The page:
Scientists have long wondered why a small minority of mammals, including humans, have evolved into monogamous creatures, and two studies provide new information but give different answers.
One group of scientists that looked only at primates found that the impulse for males to protect their offspring from infanticide by rival males was the trigger for monogamy. That study was published in Proceedings of the National Academy of Sciences.
The other study, which focused on more than 2,500 species of mammals, said males form pairs with females to protect their mates. That situation arose, the study published in the journal Science said, because females lived spread apart from one another, making the risk of leaving a vulnerable female too great.
For researchers tackling the monogamy question, here was the fundamental puzzle: Males, by sticking with one partner, seemed to lose out on the chance to father lots of children; gestation periods, after all, can be long in female mammals. That explains why most mammalian species don't follow the one-partner rule. But for the roughly 5 percent that do, what caused monogamy to evolve?
Both groups of researchers studied the DNA sequences of animals alive today and traced the evolutionary tree to answer the question. They tracked how species were related and when species branched off.
One long-standing hypothesis -- that having a father on hand to help raise and protect the child swayed mammals toward monogamy -- was thoroughly debunked by both groups. A two-parent system is a consequence, not a cause, of staying faithful, they concluded.
"First, you become monogamous, and then you are stuck, so you might as well help raise the child," said Eduardo Fernandez-Duque, a University of Pennsylvania anthropologist who was not involved in the studies. He called the wealth of new data "very exciting."
The Science paper said females started living far from one another as they competed for a better diet.
"Females changed their diet to foods of higher quality that were clumped and defended that food more aggressively," University of Cambridge zoologist Dieter Lukas said. This lead to large, exclusive territories, each containing one female, rather than territories that overlapped.
The males had no choice but to follow that distribution. A male mammal could not successfully defend more than one female because of risk of injury or predation, and then he would lose the paternity he had just gained, Lukas said.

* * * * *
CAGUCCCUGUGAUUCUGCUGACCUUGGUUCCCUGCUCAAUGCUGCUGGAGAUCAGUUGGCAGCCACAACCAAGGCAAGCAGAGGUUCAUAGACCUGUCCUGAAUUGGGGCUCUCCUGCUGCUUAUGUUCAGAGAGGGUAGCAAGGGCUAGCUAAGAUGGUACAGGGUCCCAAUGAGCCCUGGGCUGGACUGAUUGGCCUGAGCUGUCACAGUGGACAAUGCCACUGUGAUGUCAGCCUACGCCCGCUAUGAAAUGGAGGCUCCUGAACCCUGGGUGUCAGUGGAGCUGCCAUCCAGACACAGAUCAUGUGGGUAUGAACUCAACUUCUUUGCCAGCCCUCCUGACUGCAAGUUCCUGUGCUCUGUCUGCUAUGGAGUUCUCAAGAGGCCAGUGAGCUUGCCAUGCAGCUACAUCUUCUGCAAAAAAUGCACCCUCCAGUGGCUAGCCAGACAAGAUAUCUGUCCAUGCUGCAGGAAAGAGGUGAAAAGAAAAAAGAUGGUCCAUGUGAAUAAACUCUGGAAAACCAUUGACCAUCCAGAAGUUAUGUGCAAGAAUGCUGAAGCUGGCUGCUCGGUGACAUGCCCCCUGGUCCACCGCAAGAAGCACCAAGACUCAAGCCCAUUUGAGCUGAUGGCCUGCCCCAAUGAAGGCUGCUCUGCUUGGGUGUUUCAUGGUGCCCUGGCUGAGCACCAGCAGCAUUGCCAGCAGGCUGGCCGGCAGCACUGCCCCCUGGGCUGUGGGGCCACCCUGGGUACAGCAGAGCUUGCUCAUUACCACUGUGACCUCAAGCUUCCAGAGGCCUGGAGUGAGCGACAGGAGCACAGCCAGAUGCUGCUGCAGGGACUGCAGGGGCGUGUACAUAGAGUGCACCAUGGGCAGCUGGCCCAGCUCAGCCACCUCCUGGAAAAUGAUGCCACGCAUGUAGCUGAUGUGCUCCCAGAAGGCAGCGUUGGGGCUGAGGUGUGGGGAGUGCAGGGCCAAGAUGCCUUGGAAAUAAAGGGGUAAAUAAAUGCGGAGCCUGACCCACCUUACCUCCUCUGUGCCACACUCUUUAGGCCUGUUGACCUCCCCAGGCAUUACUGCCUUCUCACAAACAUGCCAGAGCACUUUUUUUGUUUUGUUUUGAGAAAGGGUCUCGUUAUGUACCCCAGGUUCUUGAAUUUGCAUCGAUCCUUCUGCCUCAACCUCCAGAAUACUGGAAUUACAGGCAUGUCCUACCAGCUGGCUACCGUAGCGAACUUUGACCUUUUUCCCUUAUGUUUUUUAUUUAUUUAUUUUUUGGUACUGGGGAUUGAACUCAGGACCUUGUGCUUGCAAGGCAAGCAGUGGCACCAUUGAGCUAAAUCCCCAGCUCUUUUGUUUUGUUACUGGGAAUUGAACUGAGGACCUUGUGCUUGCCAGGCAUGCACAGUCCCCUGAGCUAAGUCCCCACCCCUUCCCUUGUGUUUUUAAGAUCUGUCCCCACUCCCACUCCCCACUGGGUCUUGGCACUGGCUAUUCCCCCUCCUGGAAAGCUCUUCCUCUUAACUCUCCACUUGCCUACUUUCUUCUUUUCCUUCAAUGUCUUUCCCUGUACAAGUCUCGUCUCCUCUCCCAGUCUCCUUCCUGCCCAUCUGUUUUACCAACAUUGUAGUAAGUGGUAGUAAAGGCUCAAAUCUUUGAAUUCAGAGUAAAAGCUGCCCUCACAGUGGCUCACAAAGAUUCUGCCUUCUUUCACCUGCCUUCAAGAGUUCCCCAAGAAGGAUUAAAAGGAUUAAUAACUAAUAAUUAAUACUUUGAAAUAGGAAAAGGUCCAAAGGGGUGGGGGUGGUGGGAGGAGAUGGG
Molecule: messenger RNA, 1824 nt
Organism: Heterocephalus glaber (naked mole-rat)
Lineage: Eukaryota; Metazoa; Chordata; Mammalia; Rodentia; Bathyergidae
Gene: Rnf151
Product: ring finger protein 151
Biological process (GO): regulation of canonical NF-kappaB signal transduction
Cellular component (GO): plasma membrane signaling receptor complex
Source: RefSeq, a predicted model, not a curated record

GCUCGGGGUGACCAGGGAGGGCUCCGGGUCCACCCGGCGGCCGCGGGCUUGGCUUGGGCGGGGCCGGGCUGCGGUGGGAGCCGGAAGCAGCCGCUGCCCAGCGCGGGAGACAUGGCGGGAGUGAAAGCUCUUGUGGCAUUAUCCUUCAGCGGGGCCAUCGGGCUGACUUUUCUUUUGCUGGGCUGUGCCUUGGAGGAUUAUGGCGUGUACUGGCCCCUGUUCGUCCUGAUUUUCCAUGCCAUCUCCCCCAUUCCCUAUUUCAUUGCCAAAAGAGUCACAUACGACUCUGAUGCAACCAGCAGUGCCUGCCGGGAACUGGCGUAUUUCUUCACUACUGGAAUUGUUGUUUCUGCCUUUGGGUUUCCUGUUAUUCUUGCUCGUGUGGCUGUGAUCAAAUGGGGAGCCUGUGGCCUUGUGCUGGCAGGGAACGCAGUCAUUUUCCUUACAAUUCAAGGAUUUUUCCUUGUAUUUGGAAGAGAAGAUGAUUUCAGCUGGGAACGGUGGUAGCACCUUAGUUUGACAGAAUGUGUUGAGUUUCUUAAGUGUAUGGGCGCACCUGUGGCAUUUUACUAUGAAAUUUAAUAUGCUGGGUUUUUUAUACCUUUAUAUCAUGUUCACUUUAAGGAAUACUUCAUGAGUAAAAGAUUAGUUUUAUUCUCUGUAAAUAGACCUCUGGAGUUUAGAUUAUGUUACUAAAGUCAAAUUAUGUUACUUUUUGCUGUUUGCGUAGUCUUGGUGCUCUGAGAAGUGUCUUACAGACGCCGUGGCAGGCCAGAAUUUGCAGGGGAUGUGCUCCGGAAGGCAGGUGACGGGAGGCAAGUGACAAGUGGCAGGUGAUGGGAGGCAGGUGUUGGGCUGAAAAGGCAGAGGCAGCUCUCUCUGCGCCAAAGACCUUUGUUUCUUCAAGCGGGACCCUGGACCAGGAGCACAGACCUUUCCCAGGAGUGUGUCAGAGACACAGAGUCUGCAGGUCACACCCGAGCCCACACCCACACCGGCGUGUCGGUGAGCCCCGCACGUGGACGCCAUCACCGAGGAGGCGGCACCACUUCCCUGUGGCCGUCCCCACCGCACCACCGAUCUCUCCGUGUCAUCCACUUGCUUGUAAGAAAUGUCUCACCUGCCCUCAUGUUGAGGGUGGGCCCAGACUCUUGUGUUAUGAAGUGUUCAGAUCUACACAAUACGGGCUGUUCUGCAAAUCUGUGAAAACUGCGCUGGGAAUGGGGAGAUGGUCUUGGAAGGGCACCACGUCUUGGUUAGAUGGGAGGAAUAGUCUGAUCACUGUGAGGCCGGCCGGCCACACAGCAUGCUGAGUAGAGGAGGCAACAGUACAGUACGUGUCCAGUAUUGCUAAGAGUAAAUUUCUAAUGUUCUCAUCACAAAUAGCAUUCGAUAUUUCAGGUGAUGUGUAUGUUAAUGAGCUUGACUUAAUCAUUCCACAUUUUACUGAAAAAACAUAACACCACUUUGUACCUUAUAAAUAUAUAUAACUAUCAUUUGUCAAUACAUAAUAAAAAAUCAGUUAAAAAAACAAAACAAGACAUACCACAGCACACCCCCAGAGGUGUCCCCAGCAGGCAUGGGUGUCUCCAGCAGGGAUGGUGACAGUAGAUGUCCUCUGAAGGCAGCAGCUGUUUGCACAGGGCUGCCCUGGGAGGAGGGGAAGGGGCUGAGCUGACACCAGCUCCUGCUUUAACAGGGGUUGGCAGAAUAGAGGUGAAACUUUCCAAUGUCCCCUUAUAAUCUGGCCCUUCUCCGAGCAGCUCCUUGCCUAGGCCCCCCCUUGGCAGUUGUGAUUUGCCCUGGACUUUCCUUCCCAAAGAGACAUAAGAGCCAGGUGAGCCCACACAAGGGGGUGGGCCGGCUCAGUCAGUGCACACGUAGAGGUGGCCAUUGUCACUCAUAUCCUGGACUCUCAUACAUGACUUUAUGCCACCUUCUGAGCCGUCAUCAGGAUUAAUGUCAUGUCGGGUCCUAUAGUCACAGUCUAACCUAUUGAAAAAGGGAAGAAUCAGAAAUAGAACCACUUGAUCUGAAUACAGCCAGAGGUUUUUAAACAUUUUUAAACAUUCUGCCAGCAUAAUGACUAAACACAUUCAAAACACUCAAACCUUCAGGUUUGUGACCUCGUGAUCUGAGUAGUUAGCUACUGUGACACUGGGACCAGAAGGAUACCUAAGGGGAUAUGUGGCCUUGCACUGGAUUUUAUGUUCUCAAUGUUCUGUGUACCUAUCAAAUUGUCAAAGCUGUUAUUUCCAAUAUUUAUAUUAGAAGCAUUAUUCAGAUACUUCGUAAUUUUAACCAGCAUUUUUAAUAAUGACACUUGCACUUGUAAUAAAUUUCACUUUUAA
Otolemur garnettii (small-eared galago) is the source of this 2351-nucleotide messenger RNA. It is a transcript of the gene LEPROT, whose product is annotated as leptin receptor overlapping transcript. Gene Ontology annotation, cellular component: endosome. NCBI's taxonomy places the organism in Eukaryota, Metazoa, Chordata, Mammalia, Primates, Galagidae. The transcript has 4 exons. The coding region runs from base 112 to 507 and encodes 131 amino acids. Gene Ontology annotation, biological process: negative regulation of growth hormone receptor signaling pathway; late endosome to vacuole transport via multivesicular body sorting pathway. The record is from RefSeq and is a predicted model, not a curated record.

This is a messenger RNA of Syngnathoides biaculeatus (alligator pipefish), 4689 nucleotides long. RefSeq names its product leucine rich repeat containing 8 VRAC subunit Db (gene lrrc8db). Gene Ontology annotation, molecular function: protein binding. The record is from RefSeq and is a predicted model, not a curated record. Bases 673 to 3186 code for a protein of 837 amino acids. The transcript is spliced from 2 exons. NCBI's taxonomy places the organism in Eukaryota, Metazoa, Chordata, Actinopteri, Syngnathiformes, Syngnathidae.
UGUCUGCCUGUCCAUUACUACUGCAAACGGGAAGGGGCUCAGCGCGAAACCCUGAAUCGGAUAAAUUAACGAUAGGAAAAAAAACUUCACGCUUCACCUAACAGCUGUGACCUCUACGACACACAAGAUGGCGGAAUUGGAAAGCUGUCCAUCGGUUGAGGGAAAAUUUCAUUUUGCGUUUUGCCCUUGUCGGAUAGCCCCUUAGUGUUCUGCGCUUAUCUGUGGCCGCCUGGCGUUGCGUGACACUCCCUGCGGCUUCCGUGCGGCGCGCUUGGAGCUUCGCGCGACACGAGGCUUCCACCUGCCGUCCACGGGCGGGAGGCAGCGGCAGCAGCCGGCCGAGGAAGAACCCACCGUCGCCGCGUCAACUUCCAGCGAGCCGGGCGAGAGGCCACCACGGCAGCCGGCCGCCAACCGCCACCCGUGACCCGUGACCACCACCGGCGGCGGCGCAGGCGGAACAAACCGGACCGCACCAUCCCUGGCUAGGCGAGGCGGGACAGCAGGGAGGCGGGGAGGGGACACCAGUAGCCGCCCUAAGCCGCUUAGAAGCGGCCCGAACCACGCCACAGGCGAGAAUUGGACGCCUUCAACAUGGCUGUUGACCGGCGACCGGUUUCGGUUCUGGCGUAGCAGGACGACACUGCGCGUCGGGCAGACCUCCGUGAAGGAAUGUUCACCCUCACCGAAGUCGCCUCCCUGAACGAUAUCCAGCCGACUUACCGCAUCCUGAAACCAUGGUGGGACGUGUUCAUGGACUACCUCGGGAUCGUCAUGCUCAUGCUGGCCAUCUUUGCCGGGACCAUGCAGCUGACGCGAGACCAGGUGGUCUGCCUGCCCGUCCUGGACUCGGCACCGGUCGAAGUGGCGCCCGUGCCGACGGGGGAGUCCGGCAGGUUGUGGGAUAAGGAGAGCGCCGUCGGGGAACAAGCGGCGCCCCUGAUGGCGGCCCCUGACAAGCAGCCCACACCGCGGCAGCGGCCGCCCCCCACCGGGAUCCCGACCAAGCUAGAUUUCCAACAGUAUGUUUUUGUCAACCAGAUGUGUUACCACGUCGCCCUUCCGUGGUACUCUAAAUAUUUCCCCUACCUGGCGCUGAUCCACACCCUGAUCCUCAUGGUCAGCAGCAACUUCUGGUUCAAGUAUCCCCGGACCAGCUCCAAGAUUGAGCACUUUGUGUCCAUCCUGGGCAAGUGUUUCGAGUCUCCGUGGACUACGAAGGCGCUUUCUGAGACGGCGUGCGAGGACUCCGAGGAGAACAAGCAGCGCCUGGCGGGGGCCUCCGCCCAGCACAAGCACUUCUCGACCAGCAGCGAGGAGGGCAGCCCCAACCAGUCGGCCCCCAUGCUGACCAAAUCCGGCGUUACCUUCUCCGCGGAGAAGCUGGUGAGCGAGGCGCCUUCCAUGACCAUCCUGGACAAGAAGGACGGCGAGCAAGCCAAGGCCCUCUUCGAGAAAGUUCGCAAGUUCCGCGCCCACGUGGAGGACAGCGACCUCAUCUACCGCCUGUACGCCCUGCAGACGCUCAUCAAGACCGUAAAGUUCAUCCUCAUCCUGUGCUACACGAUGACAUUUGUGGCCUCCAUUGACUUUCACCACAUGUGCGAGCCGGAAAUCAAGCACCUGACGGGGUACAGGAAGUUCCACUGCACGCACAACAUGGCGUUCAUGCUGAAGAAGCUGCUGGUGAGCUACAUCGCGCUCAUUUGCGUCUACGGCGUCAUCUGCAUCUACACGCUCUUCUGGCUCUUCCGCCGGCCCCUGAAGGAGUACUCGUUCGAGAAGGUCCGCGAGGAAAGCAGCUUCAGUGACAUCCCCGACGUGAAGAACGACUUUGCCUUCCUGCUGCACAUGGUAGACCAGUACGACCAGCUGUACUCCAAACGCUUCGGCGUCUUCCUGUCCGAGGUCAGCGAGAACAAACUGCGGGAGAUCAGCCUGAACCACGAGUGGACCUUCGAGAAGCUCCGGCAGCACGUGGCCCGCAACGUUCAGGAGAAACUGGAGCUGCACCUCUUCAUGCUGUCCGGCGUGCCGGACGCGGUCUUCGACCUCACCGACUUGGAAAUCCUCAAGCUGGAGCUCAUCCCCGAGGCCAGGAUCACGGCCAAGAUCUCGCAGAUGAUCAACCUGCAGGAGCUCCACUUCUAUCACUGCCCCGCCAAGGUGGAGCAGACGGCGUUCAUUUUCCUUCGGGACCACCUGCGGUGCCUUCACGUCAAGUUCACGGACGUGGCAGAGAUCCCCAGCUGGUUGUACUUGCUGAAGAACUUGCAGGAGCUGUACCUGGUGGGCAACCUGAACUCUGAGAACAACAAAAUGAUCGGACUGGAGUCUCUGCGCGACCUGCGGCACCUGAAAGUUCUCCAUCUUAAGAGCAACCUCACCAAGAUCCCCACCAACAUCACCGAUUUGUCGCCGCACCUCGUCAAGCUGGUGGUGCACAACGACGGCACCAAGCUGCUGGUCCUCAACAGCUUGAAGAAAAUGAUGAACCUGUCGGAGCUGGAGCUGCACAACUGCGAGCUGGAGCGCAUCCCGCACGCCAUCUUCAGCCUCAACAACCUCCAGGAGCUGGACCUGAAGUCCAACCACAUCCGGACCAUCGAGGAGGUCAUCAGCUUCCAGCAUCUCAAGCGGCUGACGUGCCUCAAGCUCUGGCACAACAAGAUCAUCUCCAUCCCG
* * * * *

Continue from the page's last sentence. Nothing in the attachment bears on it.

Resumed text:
However, the researchers found no association between monogamy and infanticide, which the PNAS paper cited as the primary reason monogamy evolved.
That paper looked at 230 species of primates, about a quarter of which are monogamous; their analysis included humans, classifying them as both monogamous and polygynous, a mating system involving one male with two or more females.
"Infanticide is a real problem, particularly for social species," said University College London anthropologist Christopher Opie, senior author of the PNAS paper.
Living in an advanced social system requires a large brain to deal with the complexities of relationships, Opie said. The downside of a big brain is slower infant development and longer lactation periods to foster brain growth -- meaning more opportunities for a rival male to kill the child and impregnate the female.
This gives males an evolutionary advantage for sticking with the child, to ward off intruding males.
Even though the primary incentive for mammals becoming monogamous differed, "quite a number of (the Science and PNAS papers') conclusions are similar," said Tim Clutton-Brock, senior author of the Science paper and a University of Cambridge zoologist. He called it a "chance phenomenon" that both groups were investigating such a similar problem.
Fernandez-Duque said how species were classified in each study could possibly explain the differences in the results. The Cambridge group focused more on the social behavior of animals by separating species into three groups: solitary, socially monogamous and group-living.
However, the other group used mating system as its classification, tagging each type of primate as monogamous, polygynous or "promiscuous, meaning multiple males and multiple females," Opie said.
He said he finds an issue with the Cambridge classification because of its focus on social, rather than mating, habits.
"You can't have a breeding system that is solitary," he said. "You can't do that on your own."
Also, the Science paper included evolutionary trees from a wide variety of mammals, including wolves, jackals, beavers, meerkats and primates.
By Meeri Kim
The Washington Post